Magnetic Nanoparticles Update: Human Cancer Cells Tested
Scientists at the Georgia Institute of Technology and the Ovarian Cancer Institute have been experimenting with magnetic nanoparticles focused on attracting cancer cells so that they could be separated from healthy cells and removed from the site.
Ovarian cancer cells have been used for this study because of their rapid rate of metastasis. "Often, the lethality of cancers is not attributed to the original tumor but to the establishment of distant tumors by cancer cells that exfoliate from the primary tumor," said Ken Scarberry, a PhD student working on the project. "Circulating tumor cells can implant at distant sites and give rise to secondary tumors. Our technique is designed to filter the peritoneal fluid or blood and remove these free floating cancer cells, which should increase longevity by preventing the continued metastatic spread of the cancer."
The first study results, published in 2008, showed that the magnetic nanoparticles were successful in isolating ovarian cancer cells from healthy ones in mice cultures. In 2009, the group reported success in vivo and demonstrated how they could move the cancer cells from the mice ovaries to their abdomens using an exterior magnet.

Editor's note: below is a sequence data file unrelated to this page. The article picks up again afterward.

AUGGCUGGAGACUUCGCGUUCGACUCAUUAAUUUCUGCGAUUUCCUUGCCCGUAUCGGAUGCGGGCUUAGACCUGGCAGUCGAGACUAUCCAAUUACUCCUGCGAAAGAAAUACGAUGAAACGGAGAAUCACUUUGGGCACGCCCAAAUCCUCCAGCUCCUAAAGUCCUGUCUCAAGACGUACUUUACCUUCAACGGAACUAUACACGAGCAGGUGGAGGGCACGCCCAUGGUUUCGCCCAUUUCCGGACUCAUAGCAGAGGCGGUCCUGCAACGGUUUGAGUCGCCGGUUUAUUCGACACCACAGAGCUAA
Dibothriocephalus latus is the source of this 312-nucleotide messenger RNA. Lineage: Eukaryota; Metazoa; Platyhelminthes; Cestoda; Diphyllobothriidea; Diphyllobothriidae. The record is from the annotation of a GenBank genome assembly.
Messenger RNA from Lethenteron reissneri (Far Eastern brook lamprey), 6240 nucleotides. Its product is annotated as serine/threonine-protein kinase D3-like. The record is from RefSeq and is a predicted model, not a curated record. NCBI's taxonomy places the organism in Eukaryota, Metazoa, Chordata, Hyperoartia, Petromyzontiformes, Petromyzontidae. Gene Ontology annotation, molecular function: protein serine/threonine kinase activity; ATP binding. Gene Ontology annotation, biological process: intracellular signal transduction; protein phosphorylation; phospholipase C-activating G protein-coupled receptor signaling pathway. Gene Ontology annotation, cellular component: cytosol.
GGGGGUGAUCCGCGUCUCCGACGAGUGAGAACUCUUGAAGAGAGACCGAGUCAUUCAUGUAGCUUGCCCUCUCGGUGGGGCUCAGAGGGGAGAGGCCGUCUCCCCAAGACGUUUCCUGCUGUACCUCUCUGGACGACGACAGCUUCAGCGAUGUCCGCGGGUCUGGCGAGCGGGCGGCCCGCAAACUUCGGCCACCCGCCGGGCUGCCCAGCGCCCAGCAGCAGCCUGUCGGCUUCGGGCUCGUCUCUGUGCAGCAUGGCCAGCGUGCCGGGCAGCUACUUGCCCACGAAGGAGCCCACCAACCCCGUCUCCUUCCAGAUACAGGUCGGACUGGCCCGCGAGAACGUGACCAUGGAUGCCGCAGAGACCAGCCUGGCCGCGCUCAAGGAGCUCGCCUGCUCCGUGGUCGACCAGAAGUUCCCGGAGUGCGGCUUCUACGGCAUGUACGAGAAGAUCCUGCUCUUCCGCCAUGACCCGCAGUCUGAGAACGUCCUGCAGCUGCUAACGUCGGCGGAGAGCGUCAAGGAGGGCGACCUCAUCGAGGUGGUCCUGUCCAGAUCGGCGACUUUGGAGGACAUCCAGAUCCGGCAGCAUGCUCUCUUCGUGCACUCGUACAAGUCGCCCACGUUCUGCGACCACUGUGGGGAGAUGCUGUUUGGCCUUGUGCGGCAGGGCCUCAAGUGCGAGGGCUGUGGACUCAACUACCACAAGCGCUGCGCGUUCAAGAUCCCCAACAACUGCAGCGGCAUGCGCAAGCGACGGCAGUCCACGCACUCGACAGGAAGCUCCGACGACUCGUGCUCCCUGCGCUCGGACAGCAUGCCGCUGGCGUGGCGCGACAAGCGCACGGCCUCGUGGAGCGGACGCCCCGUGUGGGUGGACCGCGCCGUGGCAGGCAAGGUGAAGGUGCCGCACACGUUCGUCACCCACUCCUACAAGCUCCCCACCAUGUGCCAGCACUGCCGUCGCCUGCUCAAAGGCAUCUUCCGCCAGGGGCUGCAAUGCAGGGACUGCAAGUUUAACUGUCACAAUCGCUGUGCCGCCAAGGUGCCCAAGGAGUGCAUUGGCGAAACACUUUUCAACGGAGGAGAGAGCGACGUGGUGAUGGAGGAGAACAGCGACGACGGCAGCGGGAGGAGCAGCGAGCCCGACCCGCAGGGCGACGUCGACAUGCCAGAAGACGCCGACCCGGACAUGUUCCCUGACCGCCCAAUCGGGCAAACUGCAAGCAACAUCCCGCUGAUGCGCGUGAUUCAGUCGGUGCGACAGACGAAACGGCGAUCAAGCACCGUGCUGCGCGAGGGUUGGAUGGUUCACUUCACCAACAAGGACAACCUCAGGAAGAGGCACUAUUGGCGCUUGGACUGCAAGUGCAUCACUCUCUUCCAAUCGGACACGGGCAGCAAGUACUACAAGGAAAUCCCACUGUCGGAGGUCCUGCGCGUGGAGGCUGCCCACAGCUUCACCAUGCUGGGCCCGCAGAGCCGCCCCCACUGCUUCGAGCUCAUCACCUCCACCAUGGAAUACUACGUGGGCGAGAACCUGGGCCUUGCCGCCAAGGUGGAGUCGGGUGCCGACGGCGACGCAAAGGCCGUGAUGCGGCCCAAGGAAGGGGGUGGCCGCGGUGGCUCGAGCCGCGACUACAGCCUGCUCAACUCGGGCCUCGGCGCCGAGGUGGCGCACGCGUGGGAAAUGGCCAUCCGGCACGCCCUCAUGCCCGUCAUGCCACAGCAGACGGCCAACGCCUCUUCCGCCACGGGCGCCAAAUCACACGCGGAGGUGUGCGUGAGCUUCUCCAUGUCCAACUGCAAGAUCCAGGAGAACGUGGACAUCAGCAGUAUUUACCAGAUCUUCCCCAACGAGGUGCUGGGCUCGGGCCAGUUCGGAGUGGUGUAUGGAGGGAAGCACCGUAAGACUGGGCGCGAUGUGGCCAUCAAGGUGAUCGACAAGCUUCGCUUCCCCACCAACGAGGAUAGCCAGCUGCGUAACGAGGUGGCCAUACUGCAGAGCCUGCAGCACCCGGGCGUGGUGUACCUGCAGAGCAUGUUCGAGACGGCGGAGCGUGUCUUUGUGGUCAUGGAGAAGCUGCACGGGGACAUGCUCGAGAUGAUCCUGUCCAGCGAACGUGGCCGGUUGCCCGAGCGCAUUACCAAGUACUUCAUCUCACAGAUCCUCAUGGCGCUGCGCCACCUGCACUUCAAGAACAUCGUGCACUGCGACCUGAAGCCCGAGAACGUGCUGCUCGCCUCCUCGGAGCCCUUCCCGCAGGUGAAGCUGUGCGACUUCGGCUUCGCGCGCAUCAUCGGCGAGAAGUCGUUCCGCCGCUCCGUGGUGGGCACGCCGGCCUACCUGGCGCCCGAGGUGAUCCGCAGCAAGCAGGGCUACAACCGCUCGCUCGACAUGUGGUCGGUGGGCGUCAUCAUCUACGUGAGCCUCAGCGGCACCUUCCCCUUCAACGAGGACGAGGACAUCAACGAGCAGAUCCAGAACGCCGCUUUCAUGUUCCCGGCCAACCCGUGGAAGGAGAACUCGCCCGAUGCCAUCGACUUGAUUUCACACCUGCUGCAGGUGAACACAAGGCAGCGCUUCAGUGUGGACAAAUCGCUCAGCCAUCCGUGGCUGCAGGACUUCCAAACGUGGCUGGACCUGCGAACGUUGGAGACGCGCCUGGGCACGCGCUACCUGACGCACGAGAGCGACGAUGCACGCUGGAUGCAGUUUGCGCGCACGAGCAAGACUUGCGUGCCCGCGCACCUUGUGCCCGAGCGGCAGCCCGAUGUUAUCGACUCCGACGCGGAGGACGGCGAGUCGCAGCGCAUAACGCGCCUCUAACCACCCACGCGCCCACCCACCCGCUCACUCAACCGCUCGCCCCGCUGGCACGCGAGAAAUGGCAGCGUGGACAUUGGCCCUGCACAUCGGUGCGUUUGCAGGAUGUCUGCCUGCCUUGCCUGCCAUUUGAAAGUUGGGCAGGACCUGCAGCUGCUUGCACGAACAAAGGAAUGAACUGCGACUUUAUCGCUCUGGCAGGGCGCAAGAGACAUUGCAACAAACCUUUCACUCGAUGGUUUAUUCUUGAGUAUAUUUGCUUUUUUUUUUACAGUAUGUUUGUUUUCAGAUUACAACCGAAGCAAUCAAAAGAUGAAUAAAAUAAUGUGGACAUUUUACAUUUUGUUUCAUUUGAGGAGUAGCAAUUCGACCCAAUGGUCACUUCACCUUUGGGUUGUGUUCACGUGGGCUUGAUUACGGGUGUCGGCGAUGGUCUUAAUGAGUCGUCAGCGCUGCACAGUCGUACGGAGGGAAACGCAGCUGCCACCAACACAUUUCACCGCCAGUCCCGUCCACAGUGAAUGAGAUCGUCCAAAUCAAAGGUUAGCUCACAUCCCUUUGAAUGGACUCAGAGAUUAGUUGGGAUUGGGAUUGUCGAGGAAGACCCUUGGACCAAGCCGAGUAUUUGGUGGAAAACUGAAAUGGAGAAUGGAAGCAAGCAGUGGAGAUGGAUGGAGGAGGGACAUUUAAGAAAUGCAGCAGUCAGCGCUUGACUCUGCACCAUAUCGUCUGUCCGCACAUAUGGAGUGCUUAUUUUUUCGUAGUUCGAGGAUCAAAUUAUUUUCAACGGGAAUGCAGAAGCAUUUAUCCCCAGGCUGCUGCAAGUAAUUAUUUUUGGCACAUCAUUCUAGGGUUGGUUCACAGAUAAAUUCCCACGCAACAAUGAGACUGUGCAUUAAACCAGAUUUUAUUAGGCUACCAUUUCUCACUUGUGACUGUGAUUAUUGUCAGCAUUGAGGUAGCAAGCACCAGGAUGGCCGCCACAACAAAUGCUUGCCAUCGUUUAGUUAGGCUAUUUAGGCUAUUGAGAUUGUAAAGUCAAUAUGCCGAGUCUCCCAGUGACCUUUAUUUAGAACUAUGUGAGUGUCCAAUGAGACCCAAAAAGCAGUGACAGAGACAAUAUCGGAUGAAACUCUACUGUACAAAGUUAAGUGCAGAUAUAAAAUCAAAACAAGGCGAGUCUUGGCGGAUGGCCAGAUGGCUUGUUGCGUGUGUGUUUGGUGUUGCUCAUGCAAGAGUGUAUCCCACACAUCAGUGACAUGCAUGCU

Now, Georgia Tech reports that their magnetic technique was successful with human cancer cells, in vitro. The study, Selective removal of ovarian cancer cells from human ascites fluid using magnetic nanoparticles, will appear in an upcoming issue of the journal Nanomedicine.
This very promising technique will now be tested on live animal models before being tested on humans.
Such are the protocols of medical research.
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